This is exactly the kind of attitude Shadrach, Meshach, and Abed-Nego had facing the king. Some people do pay for their faith by dying, of course, but in other cases God intervenes to spare His servants. He certainly spared Shadrach, Meshach, and Abed-Nego in a great way.

Nebuchadnezzar was furious that the three young Jews would not obey him, so he ordered the furnace heated seven times hotter than usual in case their God was able to save them from normally heated furnaces only. So, Nebuchadnezzar's attitude was that just in case God is a weak god that can perform weak miracles, he was going to make it seven times hotter and surely He could not save them from that. It was human reasoning from the beginning.

The flames from the superheated furnace killed the men who took the three Jews to it, but they, Shadrach, Meshach, and Abed-Nego, were not killed. Instead, when Nebuchadnezzar peered into the furnace, he saw them walking around in the fire, unbound and unharmed.

Daniel 3:25 “Look!” he answered, “I see four men loose, walking in the midst of the fire; and they are not hurt, and the form of the fourth is like the Son of God.”

It is not difficult to know who that fourth person was. It was Jesus Christ in a pre-incarnate form, perhaps the same form as when he appeared to Abraham before the destruction of Sodom and Gomorrah, or in which he wrestled with Jacob besides the brook of Jabbok.

It is a vivid portrayal of the fact that God stands with His people in their troubles. God does go with His people in their trials; countless people have testified to that. So let's be confident in the promise of that presence and be strong. Let's stand for the right and do it. Let's refuse to compromise, and stand with unbowed heads and rigid backbones before the golden statutes of this godless materialistic culture. Lets declare that there is the Most High God to be served and a race to be won. Let's assert that we are determined to receive God's prize, which is far greater than this world's tinsel toys, and that we are servants of Him before whom every knee will bow.

Now what of Nebuchadnezzar? He was impressed and awe-struck.

Daniel 3:28-30 Nebuchadnezzar spoke, saying, “Blessed be the God of Shadrach, Meshach, and Abed-Nego, who sent His Angel and delivered His servants who trusted in Him, and they have frustrated the king’s word, and yielded their bodies, that they should not serve nor worship any god except their own God! Therefore I make a decree that any people, nation, or language which speaks anything amiss against the God of Shadrach, Meshach, and Abed-Nego shall be cut in pieces, and their houses shall be made an ash heap; because there is no other God who can deliver like this.” Then the king promoted Shadrach, Meshach, and Abed-Nego in the province of Babylon.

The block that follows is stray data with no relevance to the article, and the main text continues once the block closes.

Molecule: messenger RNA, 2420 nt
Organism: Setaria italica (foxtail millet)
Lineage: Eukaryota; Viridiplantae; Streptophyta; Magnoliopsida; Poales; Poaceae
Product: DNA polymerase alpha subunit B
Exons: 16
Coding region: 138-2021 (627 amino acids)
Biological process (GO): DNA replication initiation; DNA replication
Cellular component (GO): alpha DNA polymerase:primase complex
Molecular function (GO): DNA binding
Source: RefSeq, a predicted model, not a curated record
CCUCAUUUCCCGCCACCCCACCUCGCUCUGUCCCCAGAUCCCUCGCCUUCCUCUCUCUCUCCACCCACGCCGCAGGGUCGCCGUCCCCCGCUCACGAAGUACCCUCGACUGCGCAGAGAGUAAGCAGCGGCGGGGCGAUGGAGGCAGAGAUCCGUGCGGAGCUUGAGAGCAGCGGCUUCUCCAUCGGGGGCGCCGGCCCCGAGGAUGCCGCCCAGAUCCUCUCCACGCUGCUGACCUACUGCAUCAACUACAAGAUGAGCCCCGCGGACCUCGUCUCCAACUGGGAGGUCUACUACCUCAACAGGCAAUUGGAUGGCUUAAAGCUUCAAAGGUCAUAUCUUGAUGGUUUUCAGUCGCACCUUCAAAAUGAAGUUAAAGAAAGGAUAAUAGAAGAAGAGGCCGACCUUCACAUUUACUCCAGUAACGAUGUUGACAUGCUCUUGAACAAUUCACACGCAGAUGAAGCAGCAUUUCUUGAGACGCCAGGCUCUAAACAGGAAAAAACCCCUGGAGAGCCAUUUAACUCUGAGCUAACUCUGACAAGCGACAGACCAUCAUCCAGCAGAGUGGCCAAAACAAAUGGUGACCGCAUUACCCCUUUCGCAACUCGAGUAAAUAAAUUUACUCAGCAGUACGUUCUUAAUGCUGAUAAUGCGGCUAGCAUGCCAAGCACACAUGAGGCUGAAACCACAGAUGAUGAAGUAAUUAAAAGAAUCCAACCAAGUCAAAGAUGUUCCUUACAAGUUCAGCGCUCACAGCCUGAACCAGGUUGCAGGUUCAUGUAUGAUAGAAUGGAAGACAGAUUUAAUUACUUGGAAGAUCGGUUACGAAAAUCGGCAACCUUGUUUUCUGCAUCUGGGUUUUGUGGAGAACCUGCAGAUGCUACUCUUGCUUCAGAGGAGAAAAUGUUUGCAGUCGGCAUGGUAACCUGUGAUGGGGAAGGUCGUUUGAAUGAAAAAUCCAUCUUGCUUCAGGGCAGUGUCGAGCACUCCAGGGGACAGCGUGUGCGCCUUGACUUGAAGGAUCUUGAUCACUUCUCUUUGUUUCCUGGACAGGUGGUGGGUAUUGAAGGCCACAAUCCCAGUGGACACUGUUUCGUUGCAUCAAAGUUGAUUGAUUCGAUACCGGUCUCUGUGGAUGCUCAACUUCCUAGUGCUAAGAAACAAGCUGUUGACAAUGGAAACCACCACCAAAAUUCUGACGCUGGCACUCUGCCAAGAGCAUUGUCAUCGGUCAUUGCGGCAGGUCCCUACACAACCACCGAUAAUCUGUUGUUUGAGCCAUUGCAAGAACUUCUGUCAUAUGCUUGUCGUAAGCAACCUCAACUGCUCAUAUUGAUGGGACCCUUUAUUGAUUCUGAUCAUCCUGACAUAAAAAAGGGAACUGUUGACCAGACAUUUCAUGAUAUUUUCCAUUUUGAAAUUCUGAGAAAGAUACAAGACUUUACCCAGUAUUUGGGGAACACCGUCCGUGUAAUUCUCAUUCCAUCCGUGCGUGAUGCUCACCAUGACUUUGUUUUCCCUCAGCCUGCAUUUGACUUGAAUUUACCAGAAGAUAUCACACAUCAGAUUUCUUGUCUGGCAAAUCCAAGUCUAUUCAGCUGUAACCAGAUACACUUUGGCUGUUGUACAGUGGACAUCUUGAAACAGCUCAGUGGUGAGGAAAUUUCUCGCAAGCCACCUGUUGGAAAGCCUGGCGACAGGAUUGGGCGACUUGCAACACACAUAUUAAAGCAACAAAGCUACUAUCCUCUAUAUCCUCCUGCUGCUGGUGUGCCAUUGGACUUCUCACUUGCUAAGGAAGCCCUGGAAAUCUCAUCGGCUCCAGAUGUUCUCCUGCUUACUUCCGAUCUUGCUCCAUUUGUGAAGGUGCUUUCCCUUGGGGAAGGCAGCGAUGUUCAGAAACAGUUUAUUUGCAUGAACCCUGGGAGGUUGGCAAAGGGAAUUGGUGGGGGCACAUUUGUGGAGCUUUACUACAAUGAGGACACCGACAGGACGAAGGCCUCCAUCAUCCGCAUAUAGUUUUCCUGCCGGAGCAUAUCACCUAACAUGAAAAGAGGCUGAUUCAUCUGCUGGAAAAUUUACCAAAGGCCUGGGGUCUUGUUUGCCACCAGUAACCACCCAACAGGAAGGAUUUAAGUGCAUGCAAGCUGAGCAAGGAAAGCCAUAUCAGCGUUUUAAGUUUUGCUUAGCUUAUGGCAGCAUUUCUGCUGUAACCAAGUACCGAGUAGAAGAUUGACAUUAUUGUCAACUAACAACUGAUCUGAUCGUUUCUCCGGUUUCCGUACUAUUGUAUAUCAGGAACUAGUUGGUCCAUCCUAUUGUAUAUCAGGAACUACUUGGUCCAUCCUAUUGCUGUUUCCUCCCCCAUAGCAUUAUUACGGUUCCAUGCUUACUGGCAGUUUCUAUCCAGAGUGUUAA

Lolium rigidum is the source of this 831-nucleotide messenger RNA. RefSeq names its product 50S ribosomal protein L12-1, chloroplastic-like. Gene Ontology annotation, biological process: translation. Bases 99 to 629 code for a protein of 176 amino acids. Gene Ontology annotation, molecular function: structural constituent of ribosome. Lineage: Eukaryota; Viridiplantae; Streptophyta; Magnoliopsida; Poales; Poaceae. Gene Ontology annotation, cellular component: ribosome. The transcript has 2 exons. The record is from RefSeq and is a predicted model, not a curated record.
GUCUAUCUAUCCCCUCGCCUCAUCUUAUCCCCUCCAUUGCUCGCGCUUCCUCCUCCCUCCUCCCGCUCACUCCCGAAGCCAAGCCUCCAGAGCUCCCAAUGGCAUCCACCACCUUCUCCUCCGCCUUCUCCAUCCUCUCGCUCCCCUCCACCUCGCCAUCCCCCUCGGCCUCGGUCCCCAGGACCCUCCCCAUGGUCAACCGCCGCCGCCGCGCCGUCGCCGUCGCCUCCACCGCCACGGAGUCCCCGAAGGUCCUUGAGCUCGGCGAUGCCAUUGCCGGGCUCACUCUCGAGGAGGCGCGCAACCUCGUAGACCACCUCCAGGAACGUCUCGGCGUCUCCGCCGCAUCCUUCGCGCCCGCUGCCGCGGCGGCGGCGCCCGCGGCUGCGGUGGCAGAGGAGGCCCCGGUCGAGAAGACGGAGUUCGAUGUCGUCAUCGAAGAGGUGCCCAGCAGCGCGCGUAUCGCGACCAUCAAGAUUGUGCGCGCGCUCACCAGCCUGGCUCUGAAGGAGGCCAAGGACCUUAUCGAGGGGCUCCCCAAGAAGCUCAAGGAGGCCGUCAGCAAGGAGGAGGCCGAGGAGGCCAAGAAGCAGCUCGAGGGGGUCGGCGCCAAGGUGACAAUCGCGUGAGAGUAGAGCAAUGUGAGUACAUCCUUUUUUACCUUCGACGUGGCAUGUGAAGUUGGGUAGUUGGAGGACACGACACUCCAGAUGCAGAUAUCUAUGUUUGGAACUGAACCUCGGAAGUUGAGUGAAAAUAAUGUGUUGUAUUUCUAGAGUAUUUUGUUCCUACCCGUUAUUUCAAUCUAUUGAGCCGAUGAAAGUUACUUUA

But Nebuchadnezzar was not converted. He was going to have to sink much lower before he was ready to acknowledge that there is but one God and all must worship Him. Twelve months later, the king was glorifying himself while walking on the roof of the royal palace.

Daniel 4:30-34 The king spoke, saying, “Is not this great Babylon, that I have built for a royal dwelling by my mighty power and for the honor of my majesty?” While the word was still in the king’s mouth, a voice fell from heaven: “King Nebuchadnezzar, to you it is spoken: the kingdom has departed from you! And they shall drive you from men, and your dwelling shall be with the beasts of the field. They shall make you eat grass like oxen; and seven times shall pass over you, until you know that the Most High rules in the kingdom of men, and gives it to whomever He chooses.” That very hour the word was fulfilled concerning Nebuchadnezzar; he was driven from men and ate grass like oxen; his body was wet with the dew of heaven till his hair had grown like eagles’ feathers and his nails like birds’ claws. And at the end of the time I, Nebuchadnezzar, lifted my eyes to heaven, and my understanding returned to me; and I blessed the Most High and praised and honored Him who lives forever: For His dominion is an everlasting dominion, and His kingdom is from generation to generation.

In the ultimate sense, there is no sin that God will tolerate. All sins will be judged. Many are judged in this life and all will be judged in the life to come. Although God does temporarily tolerate some sins in this world, there is one sin that He does not seem to stomach at all. Daniel 4, which concludes the story of Nebuchadnezzar, deals with this matter.

The key to understanding these early chapters and perhaps the entire book of Daniel comes in Daniel 1:2, as I explained in the previous sermon. That verse tells of the conquest of Jerusalem by Nebuchadnezzar and explains that after the conquest of the city, Nebuchadnezzar brought back the vessels of the temple of God in Jerusalem to the house of his god, and laid them up in the treasure house of his god. It was a slap in the face right from the beginning.